Interact with The New York Times Four-Part Documentary, “A Short History of the Highrise”

A Short His­to­ry of the High­rise,” a four-part inter­ac­tive New York Times “Op-Doc” reminds me of a pop-up book. The very first lever I pulled (actu­al­ly it was a wood­en buck­et) added a cou­ple of sto­ries to a medieval tow­er! I even snagged a cou­ple of com­pli­men­ta­ry fac­toids about the Tow­er of Babel! Bonus!

The kids are gonna love it!

There are doors to push, scenic post­cards to flip, a lit­tle Roman guy to drag to the right… what a cre­ative use of the Times’ mas­sive pho­to morgue. Direc­tor Kate­ri­na Cizek skit­ters through­out his­to­ry and all over the globe, swing­ing by ancient Rome, Mon­tezu­ma’s Cas­tle cliff dwelling, Chi­na’s Fujian province, 18th cen­tu­ry Europe, and Jacob Riis’ New York. Appar­ent­ly, ver­ti­cal hous­ing is noth­ing new.

( I did find myself won­der­ing what direc­tor Cizek might be angling for at the Dako­ta. The sto­ried apart­ment build­ing was long ago dwarfed by taller addi­tions to New York City’s urban land­scape, but its mul­ti­ple appear­ances in the series indi­cate that it’s still its most desir­able. Mer­ci­ful­ly, none of the inter­ac­tive fea­tures involve John Lennon.)

Would that a sim­i­lar restraint had been exer­cised with regard to nar­ra­tion. I would have glad­ly lis­tened to Pro­fes­sor Miles Glendin­ning, the mass hous­ing schol­ar who lends his exper­tise to the pro­jec­t’s sub­ter­ranean lev­el. Alas, the non-inter­ac­tive por­tion is marred by a bizarre rhyme scheme meant to “evoke a sto­ry­book.” If so, it’s the sort of sto­ry­book no adult (with the pos­si­ble excep­tion of the singer Feist, who was hope­ful­ly paid for her par­tic­i­pa­tion) wants to read aloud. A sam­ple:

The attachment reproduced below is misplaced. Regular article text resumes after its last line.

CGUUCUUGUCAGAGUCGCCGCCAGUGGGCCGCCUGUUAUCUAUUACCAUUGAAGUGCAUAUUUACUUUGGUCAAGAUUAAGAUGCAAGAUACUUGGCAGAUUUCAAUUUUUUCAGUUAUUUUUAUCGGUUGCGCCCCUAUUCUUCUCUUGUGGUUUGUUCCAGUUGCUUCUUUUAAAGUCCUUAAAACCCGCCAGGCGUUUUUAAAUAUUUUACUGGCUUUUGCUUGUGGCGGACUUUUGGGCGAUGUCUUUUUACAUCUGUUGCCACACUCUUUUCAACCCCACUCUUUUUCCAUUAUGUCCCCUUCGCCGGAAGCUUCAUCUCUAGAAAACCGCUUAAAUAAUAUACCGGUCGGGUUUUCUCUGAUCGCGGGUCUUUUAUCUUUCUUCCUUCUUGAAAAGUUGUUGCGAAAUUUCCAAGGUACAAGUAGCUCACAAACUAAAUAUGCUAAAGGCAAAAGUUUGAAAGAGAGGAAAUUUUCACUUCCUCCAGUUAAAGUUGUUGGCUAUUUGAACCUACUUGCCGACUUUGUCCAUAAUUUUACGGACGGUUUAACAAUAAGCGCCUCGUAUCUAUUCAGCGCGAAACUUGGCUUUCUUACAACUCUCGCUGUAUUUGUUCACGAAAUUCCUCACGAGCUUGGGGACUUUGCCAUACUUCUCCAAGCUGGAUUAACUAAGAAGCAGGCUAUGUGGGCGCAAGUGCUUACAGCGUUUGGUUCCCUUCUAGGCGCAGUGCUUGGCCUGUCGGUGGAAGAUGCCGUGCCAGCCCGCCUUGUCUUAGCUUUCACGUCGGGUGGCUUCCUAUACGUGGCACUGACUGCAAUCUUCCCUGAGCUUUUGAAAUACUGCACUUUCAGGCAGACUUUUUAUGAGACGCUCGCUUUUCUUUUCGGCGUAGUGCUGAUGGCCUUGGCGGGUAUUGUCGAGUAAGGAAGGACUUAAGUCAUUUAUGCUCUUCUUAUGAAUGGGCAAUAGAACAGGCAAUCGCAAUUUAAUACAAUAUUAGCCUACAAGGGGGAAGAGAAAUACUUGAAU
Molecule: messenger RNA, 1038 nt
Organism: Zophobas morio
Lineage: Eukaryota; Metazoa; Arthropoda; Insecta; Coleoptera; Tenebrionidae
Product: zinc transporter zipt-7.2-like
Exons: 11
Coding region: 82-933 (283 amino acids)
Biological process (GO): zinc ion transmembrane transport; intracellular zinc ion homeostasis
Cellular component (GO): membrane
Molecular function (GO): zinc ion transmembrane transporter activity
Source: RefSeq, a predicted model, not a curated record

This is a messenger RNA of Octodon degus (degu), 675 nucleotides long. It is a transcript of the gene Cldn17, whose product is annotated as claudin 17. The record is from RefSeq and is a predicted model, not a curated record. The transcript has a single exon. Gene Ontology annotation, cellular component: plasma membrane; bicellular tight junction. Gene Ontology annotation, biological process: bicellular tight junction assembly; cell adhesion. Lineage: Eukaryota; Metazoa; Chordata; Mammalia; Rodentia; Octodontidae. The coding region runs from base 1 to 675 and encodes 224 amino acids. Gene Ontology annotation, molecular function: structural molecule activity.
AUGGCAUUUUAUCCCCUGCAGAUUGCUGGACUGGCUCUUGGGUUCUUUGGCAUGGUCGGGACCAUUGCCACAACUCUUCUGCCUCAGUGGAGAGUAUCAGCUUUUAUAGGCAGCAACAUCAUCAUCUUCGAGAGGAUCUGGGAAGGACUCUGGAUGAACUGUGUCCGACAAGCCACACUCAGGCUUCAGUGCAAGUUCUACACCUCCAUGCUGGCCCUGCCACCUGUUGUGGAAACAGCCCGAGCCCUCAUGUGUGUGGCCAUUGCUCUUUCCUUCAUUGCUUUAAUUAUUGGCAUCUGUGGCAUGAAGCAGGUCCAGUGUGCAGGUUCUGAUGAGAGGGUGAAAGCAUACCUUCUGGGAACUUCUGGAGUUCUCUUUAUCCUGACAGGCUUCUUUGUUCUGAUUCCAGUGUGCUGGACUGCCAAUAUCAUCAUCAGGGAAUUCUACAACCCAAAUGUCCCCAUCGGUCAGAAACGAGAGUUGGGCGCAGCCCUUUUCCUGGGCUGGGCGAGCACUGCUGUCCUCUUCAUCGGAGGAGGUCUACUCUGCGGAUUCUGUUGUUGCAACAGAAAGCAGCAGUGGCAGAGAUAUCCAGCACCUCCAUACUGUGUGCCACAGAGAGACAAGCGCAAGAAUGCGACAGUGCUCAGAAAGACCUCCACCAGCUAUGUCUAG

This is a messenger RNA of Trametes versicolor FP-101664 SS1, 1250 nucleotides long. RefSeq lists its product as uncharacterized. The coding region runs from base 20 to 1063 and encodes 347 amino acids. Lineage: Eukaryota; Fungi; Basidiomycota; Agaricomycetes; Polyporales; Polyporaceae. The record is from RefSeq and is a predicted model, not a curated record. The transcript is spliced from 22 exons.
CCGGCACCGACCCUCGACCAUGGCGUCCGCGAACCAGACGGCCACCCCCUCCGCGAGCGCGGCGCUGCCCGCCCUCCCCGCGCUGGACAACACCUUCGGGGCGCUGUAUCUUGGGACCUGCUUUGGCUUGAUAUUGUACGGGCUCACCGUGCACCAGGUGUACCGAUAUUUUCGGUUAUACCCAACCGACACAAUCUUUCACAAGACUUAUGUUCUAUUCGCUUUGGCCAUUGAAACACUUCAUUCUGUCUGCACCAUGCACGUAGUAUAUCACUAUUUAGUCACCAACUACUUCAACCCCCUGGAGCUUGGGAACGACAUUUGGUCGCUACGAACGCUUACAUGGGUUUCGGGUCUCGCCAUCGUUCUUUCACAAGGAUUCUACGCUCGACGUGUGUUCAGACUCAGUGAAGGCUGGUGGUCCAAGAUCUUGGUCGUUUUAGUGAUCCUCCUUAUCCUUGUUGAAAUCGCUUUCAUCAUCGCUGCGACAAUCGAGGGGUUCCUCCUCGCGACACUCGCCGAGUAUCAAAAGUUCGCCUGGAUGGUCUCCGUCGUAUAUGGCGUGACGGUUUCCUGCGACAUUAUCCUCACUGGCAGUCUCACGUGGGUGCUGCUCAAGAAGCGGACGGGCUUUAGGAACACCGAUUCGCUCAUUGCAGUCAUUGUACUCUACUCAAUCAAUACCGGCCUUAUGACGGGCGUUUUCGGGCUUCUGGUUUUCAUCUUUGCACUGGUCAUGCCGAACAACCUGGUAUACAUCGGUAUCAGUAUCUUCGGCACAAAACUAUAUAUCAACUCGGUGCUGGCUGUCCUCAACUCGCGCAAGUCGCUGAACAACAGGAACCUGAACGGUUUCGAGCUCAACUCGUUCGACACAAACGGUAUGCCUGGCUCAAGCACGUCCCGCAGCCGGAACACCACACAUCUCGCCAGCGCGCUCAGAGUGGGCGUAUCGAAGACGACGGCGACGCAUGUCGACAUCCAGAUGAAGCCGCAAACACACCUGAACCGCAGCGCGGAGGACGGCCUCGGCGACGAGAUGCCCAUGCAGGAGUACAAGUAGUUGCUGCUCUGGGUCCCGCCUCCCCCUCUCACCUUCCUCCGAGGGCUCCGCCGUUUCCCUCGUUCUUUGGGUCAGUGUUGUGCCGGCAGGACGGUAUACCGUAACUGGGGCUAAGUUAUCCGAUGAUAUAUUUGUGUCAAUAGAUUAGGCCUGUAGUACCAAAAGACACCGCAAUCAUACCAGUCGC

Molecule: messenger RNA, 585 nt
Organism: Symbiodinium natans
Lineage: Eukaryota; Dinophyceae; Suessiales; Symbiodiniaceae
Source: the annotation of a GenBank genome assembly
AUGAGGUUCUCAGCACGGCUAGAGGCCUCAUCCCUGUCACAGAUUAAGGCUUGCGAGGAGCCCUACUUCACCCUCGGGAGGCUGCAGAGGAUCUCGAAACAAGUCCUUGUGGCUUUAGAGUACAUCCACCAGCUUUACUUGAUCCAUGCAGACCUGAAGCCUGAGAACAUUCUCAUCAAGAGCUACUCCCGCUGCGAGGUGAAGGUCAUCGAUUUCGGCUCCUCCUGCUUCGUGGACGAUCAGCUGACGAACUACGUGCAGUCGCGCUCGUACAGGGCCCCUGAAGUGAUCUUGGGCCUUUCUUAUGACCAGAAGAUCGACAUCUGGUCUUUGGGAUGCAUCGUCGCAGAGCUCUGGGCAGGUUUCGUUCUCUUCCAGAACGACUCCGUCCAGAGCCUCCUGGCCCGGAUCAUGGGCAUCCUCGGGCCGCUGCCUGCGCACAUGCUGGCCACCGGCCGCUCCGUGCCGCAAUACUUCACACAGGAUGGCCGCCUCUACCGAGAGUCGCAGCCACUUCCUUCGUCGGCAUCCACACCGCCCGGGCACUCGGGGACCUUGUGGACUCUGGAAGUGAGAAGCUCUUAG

Pub­licly spon­sored hous­ing isn’t every­where the diet

Beyond Europe, North Amer­i­ca and the Sovi­et Union, high rise devel­op­ment is ram­pant­ly pri­vate.


Giv­en the lev­el of dis­course, I see no rea­son we were deprived of a rhyme for “phal­lic sym­bol.” Those ani­mat­ed build­ings do reach for the sky.

If it all gets a bit much you can head straight for “Home.” The final install­ment jet­ti­sons the cutesy-boot­sy rhymes in favor of a love­ly tune by Patrick Wat­son, which makes a pleas­ant sound­track to read­er-sup­plied pho­tos of their bal­conies. The images have been arranged the­mat­i­cal­ly — pets, storms, night — and the cumu­la­tive effect is charm­ing. Click “More read­ers’ sto­ries of life in high-ris­es” to read the first-hand accounts that go with these views. If your perch is high enough, you can sub­mit one of your own.

You can watch a video trail­er for “A Short His­to­ry of the High­rise” up top and Part 1 of Cizek’s film below that. But to get the full inter­ac­tive expe­ri­ence you’ll want to head over to the New York Times web site.

Relat­ed Con­tent: 

Ten Build­ings That Changed Amer­i­ca: Watch the Debut Episode from the New PBS Series

The ABC of Archi­tects: An Ani­mat­ed Flip­book of Famous Archi­tects and Their Best-Known Build­ings

The His­to­ry of West­ern Archi­tec­ture: From Ancient Greece to Roco­co (A Free Online Course)

Ayun Hal­l­i­day has tem­porar­i­ly relo­cat­ed to the ground floor, but she still can bust a rhyme. Fol­low her@AyunHalliday

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